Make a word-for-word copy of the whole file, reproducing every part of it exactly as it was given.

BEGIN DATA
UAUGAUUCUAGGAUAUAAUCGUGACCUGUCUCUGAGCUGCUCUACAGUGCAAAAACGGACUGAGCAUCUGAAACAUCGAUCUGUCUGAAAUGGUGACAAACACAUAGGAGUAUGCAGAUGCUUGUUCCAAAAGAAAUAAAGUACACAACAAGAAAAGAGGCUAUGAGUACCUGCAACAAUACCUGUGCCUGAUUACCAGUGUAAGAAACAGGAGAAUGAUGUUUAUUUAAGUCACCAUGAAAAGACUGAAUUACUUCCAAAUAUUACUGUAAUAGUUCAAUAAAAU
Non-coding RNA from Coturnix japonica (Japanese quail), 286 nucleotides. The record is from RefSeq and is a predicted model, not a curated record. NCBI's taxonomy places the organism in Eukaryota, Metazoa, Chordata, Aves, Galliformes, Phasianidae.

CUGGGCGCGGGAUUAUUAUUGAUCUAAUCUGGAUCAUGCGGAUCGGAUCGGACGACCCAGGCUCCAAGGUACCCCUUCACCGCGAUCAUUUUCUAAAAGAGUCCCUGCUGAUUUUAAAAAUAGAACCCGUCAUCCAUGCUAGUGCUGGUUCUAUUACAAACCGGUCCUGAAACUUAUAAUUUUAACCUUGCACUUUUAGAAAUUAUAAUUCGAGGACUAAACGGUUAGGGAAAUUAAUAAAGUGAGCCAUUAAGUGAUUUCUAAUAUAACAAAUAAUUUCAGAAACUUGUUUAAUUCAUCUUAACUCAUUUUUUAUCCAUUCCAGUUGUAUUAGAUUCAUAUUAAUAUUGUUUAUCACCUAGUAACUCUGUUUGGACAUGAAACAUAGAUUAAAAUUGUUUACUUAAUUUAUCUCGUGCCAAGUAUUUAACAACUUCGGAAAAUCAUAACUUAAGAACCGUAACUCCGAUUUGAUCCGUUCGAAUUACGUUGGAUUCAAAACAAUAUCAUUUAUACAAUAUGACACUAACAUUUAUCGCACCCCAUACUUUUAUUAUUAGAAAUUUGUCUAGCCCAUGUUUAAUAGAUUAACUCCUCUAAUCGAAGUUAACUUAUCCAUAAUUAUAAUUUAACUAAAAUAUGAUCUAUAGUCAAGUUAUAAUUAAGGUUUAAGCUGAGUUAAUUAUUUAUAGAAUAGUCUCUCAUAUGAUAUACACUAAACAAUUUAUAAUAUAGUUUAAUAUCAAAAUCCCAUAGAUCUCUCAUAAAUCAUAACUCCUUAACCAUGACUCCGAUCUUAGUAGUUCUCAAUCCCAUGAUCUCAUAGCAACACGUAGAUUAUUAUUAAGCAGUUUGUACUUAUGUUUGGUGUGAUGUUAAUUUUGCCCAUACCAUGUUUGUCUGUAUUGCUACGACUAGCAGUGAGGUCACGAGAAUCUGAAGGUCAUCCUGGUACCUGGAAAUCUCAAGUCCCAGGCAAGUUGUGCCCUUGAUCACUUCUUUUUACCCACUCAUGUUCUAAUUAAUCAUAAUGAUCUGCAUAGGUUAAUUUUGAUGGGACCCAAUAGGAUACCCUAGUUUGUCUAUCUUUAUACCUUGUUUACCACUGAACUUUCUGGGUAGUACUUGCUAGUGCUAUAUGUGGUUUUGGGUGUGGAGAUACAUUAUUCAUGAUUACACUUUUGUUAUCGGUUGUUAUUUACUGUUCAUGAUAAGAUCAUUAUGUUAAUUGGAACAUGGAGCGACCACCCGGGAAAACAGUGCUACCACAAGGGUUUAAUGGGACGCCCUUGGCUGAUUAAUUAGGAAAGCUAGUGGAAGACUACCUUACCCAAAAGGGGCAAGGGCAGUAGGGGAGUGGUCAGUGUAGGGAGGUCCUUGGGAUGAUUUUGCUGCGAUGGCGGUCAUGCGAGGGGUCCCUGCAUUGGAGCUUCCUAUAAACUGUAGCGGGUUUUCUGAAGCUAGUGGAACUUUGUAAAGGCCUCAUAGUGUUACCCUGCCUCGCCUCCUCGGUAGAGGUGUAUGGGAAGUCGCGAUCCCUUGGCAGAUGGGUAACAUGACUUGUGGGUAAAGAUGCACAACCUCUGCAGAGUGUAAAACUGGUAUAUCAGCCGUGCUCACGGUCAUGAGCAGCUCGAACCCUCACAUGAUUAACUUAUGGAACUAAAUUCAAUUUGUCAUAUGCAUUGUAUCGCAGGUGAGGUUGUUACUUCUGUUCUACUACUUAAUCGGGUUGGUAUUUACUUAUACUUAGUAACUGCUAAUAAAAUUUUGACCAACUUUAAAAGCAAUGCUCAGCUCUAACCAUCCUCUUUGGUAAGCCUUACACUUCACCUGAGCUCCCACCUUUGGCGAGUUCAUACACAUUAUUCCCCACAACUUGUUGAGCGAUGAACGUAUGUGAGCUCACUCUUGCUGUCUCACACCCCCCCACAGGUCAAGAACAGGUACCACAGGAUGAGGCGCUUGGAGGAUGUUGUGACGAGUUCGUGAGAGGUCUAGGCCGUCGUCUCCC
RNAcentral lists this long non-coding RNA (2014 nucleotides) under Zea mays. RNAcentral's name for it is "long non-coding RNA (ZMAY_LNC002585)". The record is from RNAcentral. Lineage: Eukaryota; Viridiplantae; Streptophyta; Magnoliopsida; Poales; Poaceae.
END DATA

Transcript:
UAUGAUUCUAGGAUAUAAUCGUGACCUGUCUCUGAGCUGCUCUACAGUGCAAAAACGGACUGAGCAUCUGAAACAUCGAUCUGUCUGAAAUGGUGACAAACACAUAGGAGUAUGCAGAUGCUUGUUCCAAAAGAAAUAAAGUACACAACAAGAAAAGAGGCUAUGAGUACCUGCAACAAUACCUGUGCCUGAUUACCAGUGUAAGAAACAGGAGAAUGAUGUUUAUUUAAGUCACCAUGAAAAGACUGAAUUACUUCCAAAUAUUACUGUAAUAGUUCAAUAAAAU
Non-coding RNA from Coturnix japonica (Japanese quail), 286 nucleotides. The record is from RefSeq and is a predicted model, not a curated record. NCBI's taxonomy places the organism in Eukaryota, Metazoa, Chordata, Aves, Galliformes, Phasianidae.

CUGGGCGCGGGAUUAUUAUUGAUCUAAUCUGGAUCAUGCGGAUCGGAUCGGACGACCCAGGCUCCAAGGUACCCCUUCACCGCGAUCAUUUUCUAAAAGAGUCCCUGCUGAUUUUAAAAAUAGAACCCGUCAUCCAUGCUAGUGCUGGUUCUAUUACAAACCGGUCCUGAAACUUAUAAUUUUAACCUUGCACUUUUAGAAAUUAUAAUUCGAGGACUAAACGGUUAGGGAAAUUAAUAAAGUGAGCCAUUAAGUGAUUUCUAAUAUAACAAAUAAUUUCAGAAACUUGUUUAAUUCAUCUUAACUCAUUUUUUAUCCAUUCCAGUUGUAUUAGAUUCAUAUUAAUAUUGUUUAUCACCUAGUAACUCUGUUUGGACAUGAAACAUAGAUUAAAAUUGUUUACUUAAUUUAUCUCGUGCCAAGUAUUUAACAACUUCGGAAAAUCAUAACUUAAGAACCGUAACUCCGAUUUGAUCCGUUCGAAUUACGUUGGAUUCAAAACAAUAUCAUUUAUACAAUAUGACACUAACAUUUAUCGCACCCCAUACUUUUAUUAUUAGAAAUUUGUCUAGCCCAUGUUUAAUAGAUUAACUCCUCUAAUCGAAGUUAACUUAUCCAUAAUUAUAAUUUAACUAAAAUAUGAUCUAUAGUCAAGUUAUAAUUAAGGUUUAAGCUGAGUUAAUUAUUUAUAGAAUAGUCUCUCAUAUGAUAUACACUAAACAAUUUAUAAUAUAGUUUAAUAUCAAAAUCCCAUAGAUCUCUCAUAAAUCAUAACUCCUUAACCAUGACUCCGAUCUUAGUAGUUCUCAAUCCCAUGAUCUCAUAGCAACACGUAGAUUAUUAUUAAGCAGUUUGUACUUAUGUUUGGUGUGAUGUUAAUUUUGCCCAUACCAUGUUUGUCUGUAUUGCUACGACUAGCAGUGAGGUCACGAGAAUCUGAAGGUCAUCCUGGUACCUGGAAAUCUCAAGUCCCAGGCAAGUUGUGCCCUUGAUCACUUCUUUUUACCCACUCAUGUUCUAAUUAAUCAUAAUGAUCUGCAUAGGUUAAUUUUGAUGGGACCCAAUAGGAUACCCUAGUUUGUCUAUCUUUAUACCUUGUUUACCACUGAACUUUCUGGGUAGUACUUGCUAGUGCUAUAUGUGGUUUUGGGUGUGGAGAUACAUUAUUCAUGAUUACACUUUUGUUAUCGGUUGUUAUUUACUGUUCAUGAUAAGAUCAUUAUGUUAAUUGGAACAUGGAGCGACCACCCGGGAAAACAGUGCUACCACAAGGGUUUAAUGGGACGCCCUUGGCUGAUUAAUUAGGAAAGCUAGUGGAAGACUACCUUACCCAAAAGGGGCAAGGGCAGUAGGGGAGUGGUCAGUGUAGGGAGGUCCUUGGGAUGAUUUUGCUGCGAUGGCGGUCAUGCGAGGGGUCCCUGCAUUGGAGCUUCCUAUAAACUGUAGCGGGUUUUCUGAAGCUAGUGGAACUUUGUAAAGGCCUCAUAGUGUUACCCUGCCUCGCCUCCUCGGUAGAGGUGUAUGGGAAGUCGCGAUCCCUUGGCAGAUGGGUAACAUGACUUGUGGGUAAAGAUGCACAACCUCUGCAGAGUGUAAAACUGGUAUAUCAGCCGUGCUCACGGUCAUGAGCAGCUCGAACCCUCACAUGAUUAACUUAUGGAACUAAAUUCAAUUUGUCAUAUGCAUUGUAUCGCAGGUGAGGUUGUUACUUCUGUUCUACUACUUAAUCGGGUUGGUAUUUACUUAUACUUAGUAACUGCUAAUAAAAUUUUGACCAACUUUAAAAGCAAUGCUCAGCUCUAACCAUCCUCUUUGGUAAGCCUUACACUUCACCUGAGCUCCCACCUUUGGCGAGUUCAUACACAUUAUUCCCCACAACUUGUUGAGCGAUGAACGUAUGUGAGCUCACUCUUGCUGUCUCACACCCCCCCACAGGUCAAGAACAGGUACCACAGGAUGAGGCGCUUGGAGGAUGUUGUGACGAGUUCGUGAGAGGUCUAGGCCGUCGUCUCCC
RNAcentral lists this long non-coding RNA (2014 nucleotides) under Zea mays. RNAcentral's name for it is "long non-coding RNA (ZMAY_LNC002585)". The record is from RNAcentral. Lineage: Eukaryota; Viridiplantae; Streptophyta; Magnoliopsida; Poales; Poaceae.